Date of Award


Degree Type


Degree Name

Master of Science




Dr. Derrick MacFabe

Second Advisor

Dr. Peter Ossenkopp

Third Advisor

Dr. Martin Kavaliers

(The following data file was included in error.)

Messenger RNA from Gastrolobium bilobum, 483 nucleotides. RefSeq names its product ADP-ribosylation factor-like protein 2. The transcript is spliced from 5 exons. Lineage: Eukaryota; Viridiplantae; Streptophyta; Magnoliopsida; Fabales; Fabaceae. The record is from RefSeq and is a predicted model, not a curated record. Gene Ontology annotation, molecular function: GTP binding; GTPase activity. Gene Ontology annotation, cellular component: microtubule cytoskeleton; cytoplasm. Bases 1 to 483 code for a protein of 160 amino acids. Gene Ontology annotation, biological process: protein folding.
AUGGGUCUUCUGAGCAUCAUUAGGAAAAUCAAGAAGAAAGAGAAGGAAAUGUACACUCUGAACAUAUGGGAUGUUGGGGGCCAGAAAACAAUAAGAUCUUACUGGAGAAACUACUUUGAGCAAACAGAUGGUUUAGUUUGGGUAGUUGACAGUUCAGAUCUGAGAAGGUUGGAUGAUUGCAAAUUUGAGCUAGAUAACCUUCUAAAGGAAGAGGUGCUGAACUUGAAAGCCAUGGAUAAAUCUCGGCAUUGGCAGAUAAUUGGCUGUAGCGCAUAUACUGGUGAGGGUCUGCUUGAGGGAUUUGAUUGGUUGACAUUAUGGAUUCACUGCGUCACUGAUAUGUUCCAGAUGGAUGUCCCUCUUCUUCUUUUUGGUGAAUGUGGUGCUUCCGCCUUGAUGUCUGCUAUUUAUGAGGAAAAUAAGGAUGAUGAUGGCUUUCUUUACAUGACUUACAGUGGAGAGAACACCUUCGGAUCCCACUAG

Propionic acid (PPA) is an enterically produced short chain fatty acid and also a common food preservative. PPA can affect a variety of processes including cellular metabolism, gene expression, and neurotransmitter synthesis and release. Intracerebrocventricular (ICV) infusions of PPA in adult Long-Evans rats have been used to model ASDs. Pharmacological agents affecting glutamatergic and dopaminergic systems have been suggested as treatments for ASDs. In the present studies, adult male Long-Evans rats were habituated for 3 days in the locomotor activity system. Rats were then pretreated with intraperitoneal (IP) injections of either the NMDA antagonist MK- 801 (0.03 mg/kg), the dopamine D2 receptor antagonist raclopride (0.3 mg/kg), the dopamine Dl receptor antagonist SCH 23390 (0.25 mg/kg), or vehicle (phosphate buffered saline, 0.1 M) 30 min prior to ICV infusions of PPA (0.25 M buffered to pH 7.5) or vehicle twice daily for 4 consecutive days. After the second PPA infusion on each treatment day, animals were individually placed into automated open fields (Versamax) where various locomotor activity variables were quantified and then analyzed. Rats pretreated with MK-801 prior to PPA infusions did not display a decrease in locomotor activity. However, rats pretreated with raclopride or SCH 23390 prior to PPA treatment exhibited a decrease in hyperactivity. The dopamine D1 and D2 receptor systems may play a role in the PPA enhanced locomotor response in rats.



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